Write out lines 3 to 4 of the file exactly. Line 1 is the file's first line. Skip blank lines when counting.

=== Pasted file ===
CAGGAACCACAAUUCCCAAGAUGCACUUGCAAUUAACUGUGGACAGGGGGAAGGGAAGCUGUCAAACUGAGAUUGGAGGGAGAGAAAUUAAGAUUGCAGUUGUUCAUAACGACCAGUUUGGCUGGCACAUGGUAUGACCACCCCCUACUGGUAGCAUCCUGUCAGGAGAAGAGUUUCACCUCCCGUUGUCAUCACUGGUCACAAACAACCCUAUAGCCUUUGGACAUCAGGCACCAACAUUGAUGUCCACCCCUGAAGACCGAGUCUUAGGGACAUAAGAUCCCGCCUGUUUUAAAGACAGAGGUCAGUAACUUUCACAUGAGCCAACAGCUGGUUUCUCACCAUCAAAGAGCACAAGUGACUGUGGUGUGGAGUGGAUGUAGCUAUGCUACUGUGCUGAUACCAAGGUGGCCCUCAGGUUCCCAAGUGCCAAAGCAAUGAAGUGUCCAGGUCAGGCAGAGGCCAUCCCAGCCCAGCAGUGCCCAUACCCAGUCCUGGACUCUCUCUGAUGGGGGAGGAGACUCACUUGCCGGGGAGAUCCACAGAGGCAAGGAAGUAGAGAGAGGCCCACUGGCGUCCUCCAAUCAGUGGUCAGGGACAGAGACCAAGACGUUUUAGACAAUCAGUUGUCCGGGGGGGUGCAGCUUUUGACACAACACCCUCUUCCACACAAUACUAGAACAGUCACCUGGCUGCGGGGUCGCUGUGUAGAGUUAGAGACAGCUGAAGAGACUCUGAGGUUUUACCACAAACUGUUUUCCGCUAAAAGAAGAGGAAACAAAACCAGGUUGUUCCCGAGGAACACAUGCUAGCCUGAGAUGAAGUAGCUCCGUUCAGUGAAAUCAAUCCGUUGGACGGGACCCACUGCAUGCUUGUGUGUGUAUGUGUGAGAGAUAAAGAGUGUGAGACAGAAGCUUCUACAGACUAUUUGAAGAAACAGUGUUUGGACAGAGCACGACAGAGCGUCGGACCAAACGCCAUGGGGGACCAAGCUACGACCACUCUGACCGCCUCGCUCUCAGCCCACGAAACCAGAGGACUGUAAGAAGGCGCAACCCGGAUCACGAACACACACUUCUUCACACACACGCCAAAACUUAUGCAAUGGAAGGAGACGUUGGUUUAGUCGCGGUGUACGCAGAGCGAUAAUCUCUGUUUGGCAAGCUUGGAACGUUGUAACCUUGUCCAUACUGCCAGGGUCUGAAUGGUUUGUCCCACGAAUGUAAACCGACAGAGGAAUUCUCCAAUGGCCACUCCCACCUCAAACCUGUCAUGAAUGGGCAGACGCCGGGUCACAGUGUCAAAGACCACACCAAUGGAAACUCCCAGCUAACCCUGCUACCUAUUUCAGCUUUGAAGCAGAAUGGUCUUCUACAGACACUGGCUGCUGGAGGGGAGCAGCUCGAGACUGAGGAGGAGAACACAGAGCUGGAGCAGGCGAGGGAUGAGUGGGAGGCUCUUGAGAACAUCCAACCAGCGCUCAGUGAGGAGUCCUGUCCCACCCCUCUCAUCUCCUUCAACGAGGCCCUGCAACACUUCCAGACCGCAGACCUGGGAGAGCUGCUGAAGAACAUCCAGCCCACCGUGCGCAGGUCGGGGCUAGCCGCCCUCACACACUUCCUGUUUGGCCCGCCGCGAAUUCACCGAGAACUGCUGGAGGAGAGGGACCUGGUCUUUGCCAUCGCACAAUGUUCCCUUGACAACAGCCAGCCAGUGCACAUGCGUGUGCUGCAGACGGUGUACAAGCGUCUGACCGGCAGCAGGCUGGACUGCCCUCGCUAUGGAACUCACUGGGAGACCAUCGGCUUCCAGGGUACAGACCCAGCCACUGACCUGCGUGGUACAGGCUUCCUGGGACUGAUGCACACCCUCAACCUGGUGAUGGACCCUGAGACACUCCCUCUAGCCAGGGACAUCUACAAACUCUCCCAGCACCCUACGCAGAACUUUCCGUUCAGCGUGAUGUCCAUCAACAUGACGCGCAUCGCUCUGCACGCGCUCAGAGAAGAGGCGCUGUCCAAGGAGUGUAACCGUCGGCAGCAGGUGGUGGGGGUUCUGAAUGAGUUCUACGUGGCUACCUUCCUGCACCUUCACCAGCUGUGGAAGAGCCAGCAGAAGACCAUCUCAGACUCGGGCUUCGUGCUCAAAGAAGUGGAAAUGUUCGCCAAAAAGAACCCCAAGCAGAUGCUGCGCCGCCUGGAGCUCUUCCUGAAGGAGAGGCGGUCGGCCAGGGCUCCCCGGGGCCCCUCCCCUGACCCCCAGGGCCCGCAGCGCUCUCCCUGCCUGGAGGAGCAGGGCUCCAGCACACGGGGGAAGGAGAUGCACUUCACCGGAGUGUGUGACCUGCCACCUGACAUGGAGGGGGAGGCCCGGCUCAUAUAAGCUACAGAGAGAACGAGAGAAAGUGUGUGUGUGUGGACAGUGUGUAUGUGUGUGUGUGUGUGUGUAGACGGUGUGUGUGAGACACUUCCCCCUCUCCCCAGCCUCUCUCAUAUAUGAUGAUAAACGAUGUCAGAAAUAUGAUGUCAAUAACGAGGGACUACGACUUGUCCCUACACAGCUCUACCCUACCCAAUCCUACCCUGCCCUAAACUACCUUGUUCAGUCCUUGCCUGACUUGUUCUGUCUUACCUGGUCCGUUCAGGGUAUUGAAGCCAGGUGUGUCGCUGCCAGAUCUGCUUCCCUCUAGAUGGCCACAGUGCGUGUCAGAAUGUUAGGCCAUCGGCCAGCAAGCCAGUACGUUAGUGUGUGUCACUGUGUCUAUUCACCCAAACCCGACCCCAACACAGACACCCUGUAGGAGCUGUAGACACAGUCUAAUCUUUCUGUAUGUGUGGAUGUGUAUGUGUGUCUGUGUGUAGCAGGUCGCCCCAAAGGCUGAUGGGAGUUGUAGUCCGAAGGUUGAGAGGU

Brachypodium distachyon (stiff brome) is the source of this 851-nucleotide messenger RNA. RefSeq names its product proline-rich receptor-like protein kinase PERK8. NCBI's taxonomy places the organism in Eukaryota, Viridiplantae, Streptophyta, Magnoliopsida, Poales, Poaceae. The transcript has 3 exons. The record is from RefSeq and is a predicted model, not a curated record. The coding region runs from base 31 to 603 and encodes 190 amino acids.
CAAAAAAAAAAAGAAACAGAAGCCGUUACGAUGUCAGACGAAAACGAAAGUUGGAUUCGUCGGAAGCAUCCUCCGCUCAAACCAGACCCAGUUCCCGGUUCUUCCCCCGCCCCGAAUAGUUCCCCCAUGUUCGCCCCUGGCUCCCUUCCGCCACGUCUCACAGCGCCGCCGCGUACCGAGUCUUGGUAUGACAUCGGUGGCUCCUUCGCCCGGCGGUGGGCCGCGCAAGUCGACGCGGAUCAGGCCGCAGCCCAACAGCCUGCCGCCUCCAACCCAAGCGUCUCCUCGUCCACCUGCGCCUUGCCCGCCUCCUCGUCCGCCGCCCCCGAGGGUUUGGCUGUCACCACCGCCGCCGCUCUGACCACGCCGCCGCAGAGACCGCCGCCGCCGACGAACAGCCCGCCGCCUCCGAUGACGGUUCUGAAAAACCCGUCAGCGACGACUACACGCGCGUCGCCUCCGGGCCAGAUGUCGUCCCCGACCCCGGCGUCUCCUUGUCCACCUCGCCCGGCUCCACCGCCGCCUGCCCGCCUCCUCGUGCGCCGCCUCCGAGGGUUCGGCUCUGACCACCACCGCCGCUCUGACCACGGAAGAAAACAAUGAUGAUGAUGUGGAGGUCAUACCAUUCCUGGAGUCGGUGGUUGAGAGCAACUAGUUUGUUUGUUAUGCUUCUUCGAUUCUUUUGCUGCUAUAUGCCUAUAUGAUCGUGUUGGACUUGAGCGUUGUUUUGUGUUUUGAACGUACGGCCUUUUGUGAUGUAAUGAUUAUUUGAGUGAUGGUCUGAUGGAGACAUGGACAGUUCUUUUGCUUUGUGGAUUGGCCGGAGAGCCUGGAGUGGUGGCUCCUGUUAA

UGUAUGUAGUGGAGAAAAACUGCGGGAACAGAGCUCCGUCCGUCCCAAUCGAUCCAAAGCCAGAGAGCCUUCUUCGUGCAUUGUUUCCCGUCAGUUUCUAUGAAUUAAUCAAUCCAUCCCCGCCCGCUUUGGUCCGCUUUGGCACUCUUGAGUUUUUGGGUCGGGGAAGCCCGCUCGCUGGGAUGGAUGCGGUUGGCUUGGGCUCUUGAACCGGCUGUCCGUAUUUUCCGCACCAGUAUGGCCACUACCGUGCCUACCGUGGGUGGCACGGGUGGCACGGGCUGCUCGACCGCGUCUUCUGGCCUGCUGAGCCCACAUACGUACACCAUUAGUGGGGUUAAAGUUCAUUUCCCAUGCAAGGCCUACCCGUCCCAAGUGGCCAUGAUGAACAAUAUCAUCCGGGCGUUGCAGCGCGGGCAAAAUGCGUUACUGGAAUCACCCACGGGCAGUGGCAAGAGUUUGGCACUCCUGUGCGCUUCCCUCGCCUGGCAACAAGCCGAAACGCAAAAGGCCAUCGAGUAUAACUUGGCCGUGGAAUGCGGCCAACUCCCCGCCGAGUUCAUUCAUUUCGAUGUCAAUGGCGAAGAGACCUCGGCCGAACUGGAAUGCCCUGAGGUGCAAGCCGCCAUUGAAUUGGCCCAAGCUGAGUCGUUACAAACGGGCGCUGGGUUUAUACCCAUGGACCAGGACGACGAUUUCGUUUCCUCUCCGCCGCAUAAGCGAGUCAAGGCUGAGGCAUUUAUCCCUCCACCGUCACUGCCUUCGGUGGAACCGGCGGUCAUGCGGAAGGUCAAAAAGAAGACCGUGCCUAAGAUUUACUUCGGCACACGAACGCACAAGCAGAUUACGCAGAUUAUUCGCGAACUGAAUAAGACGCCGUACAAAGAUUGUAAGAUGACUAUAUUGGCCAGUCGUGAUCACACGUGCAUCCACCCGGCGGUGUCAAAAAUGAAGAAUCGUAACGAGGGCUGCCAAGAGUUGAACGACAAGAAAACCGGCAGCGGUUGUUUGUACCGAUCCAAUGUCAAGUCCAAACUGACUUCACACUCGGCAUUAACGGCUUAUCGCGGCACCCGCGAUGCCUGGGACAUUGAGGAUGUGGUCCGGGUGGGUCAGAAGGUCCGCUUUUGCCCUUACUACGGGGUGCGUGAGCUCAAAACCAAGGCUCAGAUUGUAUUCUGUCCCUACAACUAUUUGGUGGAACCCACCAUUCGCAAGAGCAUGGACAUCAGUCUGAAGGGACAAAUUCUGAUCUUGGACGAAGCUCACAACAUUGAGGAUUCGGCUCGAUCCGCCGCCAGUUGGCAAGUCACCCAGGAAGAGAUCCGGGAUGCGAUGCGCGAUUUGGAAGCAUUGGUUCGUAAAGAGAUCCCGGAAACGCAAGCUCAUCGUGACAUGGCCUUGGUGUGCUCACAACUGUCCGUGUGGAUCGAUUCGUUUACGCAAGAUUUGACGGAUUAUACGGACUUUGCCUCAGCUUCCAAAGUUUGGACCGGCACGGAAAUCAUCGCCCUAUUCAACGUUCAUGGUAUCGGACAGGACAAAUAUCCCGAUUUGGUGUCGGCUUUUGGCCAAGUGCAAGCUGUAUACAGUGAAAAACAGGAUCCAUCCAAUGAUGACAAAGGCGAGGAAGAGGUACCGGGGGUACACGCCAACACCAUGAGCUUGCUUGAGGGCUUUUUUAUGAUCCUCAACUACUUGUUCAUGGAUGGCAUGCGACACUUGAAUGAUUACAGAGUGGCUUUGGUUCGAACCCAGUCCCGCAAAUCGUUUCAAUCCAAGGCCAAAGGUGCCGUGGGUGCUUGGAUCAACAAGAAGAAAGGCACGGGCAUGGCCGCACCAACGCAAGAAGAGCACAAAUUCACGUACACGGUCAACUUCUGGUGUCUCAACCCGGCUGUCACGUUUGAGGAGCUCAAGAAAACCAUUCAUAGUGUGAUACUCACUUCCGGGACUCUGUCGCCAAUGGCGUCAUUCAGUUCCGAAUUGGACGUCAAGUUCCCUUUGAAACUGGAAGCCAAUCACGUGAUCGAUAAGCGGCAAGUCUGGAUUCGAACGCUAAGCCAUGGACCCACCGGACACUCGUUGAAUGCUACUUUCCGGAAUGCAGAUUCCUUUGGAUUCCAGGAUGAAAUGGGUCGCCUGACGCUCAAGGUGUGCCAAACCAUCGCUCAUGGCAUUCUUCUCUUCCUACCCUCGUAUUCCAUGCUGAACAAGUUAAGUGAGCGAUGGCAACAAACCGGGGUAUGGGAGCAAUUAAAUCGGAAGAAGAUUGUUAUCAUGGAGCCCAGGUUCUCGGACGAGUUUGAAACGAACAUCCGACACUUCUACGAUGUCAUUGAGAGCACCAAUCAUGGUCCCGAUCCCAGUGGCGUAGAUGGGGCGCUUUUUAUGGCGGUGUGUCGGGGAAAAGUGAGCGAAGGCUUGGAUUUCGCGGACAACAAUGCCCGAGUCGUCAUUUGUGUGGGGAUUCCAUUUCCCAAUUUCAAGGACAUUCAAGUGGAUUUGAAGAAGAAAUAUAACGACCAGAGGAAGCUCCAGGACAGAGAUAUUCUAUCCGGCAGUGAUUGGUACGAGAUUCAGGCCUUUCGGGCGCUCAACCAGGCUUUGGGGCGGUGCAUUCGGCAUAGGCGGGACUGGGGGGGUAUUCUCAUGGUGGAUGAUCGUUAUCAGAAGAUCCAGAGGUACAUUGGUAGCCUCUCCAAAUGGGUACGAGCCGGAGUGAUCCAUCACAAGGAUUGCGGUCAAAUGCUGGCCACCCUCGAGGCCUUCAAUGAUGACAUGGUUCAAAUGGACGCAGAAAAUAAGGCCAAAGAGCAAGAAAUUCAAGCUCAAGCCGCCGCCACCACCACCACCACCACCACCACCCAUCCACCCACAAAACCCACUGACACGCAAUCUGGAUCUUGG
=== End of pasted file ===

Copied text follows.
CAAAAAAAAAAAGAAACAGAAGCCGUUACGAUGUCAGACGAAAACGAAAGUUGGAUUCGUCGGAAGCAUCCUCCGCUCAAACCAGACCCAGUUCCCGGUUCUUCCCCCGCCCCGAAUAGUUCCCCCAUGUUCGCCCCUGGCUCCCUUCCGCCACGUCUCACAGCGCCGCCGCGUACCGAGUCUUGGUAUGACAUCGGUGGCUCCUUCGCCCGGCGGUGGGCCGCGCAAGUCGACGCGGAUCAGGCCGCAGCCCAACAGCCUGCCGCCUCCAACCCAAGCGUCUCCUCGUCCACCUGCGCCUUGCCCGCCUCCUCGUCCGCCGCCCCCGAGGGUUUGGCUGUCACCACCGCCGCCGCUCUGACCACGCCGCCGCAGAGACCGCCGCCGCCGACGAACAGCCCGCCGCCUCCGAUGACGGUUCUGAAAAACCCGUCAGCGACGACUACACGCGCGUCGCCUCCGGGCCAGAUGUCGUCCCCGACCCCGGCGUCUCCUUGUCCACCUCGCCCGGCUCCACCGCCGCCUGCCCGCCUCCUCGUGCGCCGCCUCCGAGGGUUCGGCUCUGACCACCACCGCCGCUCUGACCACGGAAGAAAACAAUGAUGAUGAUGUGGAGGUCAUACCAUUCCUGGAGUCGGUGGUUGAGAGCAACUAGUUUGUUUGUUAUGCUUCUUCGAUUCUUUUGCUGCUAUAUGCCUAUAUGAUCGUGUUGGACUUGAGCGUUGUUUUGUGUUUUGAACGUACGGCCUUUUGUGAUGUAAUGAUUAUUUGAGUGAUGGUCUGAUGGAGACAUGGACAGUUCUUUUGCUUUGUGGAUUGGCCGGAGAGCCUGGAGUGGUGGCUCCUGUUAA

UGUAUGUAGUGGAGAAAAACUGCGGGAACAGAGCUCCGUCCGUCCCAAUCGAUCCAAAGCCAGAGAGCCUUCUUCGUGCAUUGUUUCCCGUCAGUUUCUAUGAAUUAAUCAAUCCAUCCCCGCCCGCUUUGGUCCGCUUUGGCACUCUUGAGUUUUUGGGUCGGGGAAGCCCGCUCGCUGGGAUGGAUGCGGUUGGCUUGGGCUCUUGAACCGGCUGUCCGUAUUUUCCGCACCAGUAUGGCCACUACCGUGCCUACCGUGGGUGGCACGGGUGGCACGGGCUGCUCGACCGCGUCUUCUGGCCUGCUGAGCCCACAUACGUACACCAUUAGUGGGGUUAAAGUUCAUUUCCCAUGCAAGGCCUACCCGUCCCAAGUGGCCAUGAUGAACAAUAUCAUCCGGGCGUUGCAGCGCGGGCAAAAUGCGUUACUGGAAUCACCCACGGGCAGUGGCAAGAGUUUGGCACUCCUGUGCGCUUCCCUCGCCUGGCAACAAGCCGAAACGCAAAAGGCCAUCGAGUAUAACUUGGCCGUGGAAUGCGGCCAACUCCCCGCCGAGUUCAUUCAUUUCGAUGUCAAUGGCGAAGAGACCUCGGCCGAACUGGAAUGCCCUGAGGUGCAAGCCGCCAUUGAAUUGGCCCAAGCUGAGUCGUUACAAACGGGCGCUGGGUUUAUACCCAUGGACCAGGACGACGAUUUCGUUUCCUCUCCGCCGCAUAAGCGAGUCAAGGCUGAGGCAUUUAUCCCUCCACCGUCACUGCCUUCGGUGGAACCGGCGGUCAUGCGGAAGGUCAAAAAGAAGACCGUGCCUAAGAUUUACUUCGGCACACGAACGCACAAGCAGAUUACGCAGAUUAUUCGCGAACUGAAUAAGACGCCGUACAAAGAUUGUAAGAUGACUAUAUUGGCCAGUCGUGAUCACACGUGCAUCCACCCGGCGGUGUCAAAAAUGAAGAAUCGUAACGAGGGCUGCCAAGAGUUGAACGACAAGAAAACCGGCAGCGGUUGUUUGUACCGAUCCAAUGUCAAGUCCAAACUGACUUCACACUCGGCAUUAACGGCUUAUCGCGGCACCCGCGAUGCCUGGGACAUUGAGGAUGUGGUCCGGGUGGGUCAGAAGGUCCGCUUUUGCCCUUACUACGGGGUGCGUGAGCUCAAAACCAAGGCUCAGAUUGUAUUCUGUCCCUACAACUAUUUGGUGGAACCCACCAUUCGCAAGAGCAUGGACAUCAGUCUGAAGGGACAAAUUCUGAUCUUGGACGAAGCUCACAACAUUGAGGAUUCGGCUCGAUCCGCCGCCAGUUGGCAAGUCACCCAGGAAGAGAUCCGGGAUGCGAUGCGCGAUUUGGAAGCAUUGGUUCGUAAAGAGAUCCCGGAAACGCAAGCUCAUCGUGACAUGGCCUUGGUGUGCUCACAACUGUCCGUGUGGAUCGAUUCGUUUACGCAAGAUUUGACGGAUUAUACGGACUUUGCCUCAGCUUCCAAAGUUUGGACCGGCACGGAAAUCAUCGCCCUAUUCAACGUUCAUGGUAUCGGACAGGACAAAUAUCCCGAUUUGGUGUCGGCUUUUGGCCAAGUGCAAGCUGUAUACAGUGAAAAACAGGAUCCAUCCAAUGAUGACAAAGGCGAGGAAGAGGUACCGGGGGUACACGCCAACACCAUGAGCUUGCUUGAGGGCUUUUUUAUGAUCCUCAACUACUUGUUCAUGGAUGGCAUGCGACACUUGAAUGAUUACAGAGUGGCUUUGGUUCGAACCCAGUCCCGCAAAUCGUUUCAAUCCAAGGCCAAAGGUGCCGUGGGUGCUUGGAUCAACAAGAAGAAAGGCACGGGCAUGGCCGCACCAACGCAAGAAGAGCACAAAUUCACGUACACGGUCAACUUCUGGUGUCUCAACCCGGCUGUCACGUUUGAGGAGCUCAAGAAAACCAUUCAUAGUGUGAUACUCACUUCCGGGACUCUGUCGCCAAUGGCGUCAUUCAGUUCCGAAUUGGACGUCAAGUUCCCUUUGAAACUGGAAGCCAAUCACGUGAUCGAUAAGCGGCAAGUCUGGAUUCGAACGCUAAGCCAUGGACCCACCGGACACUCGUUGAAUGCUACUUUCCGGAAUGCAGAUUCCUUUGGAUUCCAGGAUGAAAUGGGUCGCCUGACGCUCAAGGUGUGCCAAACCAUCGCUCAUGGCAUUCUUCUCUUCCUACCCUCGUAUUCCAUGCUGAACAAGUUAAGUGAGCGAUGGCAACAAACCGGGGUAUGGGAGCAAUUAAAUCGGAAGAAGAUUGUUAUCAUGGAGCCCAGGUUCUCGGACGAGUUUGAAACGAACAUCCGACACUUCUACGAUGUCAUUGAGAGCACCAAUCAUGGUCCCGAUCCCAGUGGCGUAGAUGGGGCGCUUUUUAUGGCGGUGUGUCGGGGAAAAGUGAGCGAAGGCUUGGAUUUCGCGGACAACAAUGCCCGAGUCGUCAUUUGUGUGGGGAUUCCAUUUCCCAAUUUCAAGGACAUUCAAGUGGAUUUGAAGAAGAAAUAUAACGACCAGAGGAAGCUCCAGGACAGAGAUAUUCUAUCCGGCAGUGAUUGGUACGAGAUUCAGGCCUUUCGGGCGCUCAACCAGGCUUUGGGGCGGUGCAUUCGGCAUAGGCGGGACUGGGGGGGUAUUCUCAUGGUGGAUGAUCGUUAUCAGAAGAUCCAGAGGUACAUUGGUAGCCUCUCCAAAUGGGUACGAGCCGGAGUGAUCCAUCACAAGGAUUGCGGUCAAAUGCUGGCCACCCUCGAGGCCUUCAAUGAUGACAUGGUUCAAAUGGACGCAGAAAAUAAGGCCAAAGAGCAAGAAAUUCAAGCUCAAGCCGCCGCCACCACCACCACCACCACCACCACCCAUCCACCCACAAAACCCACUGACACGCAAUCUGGAUCUUGG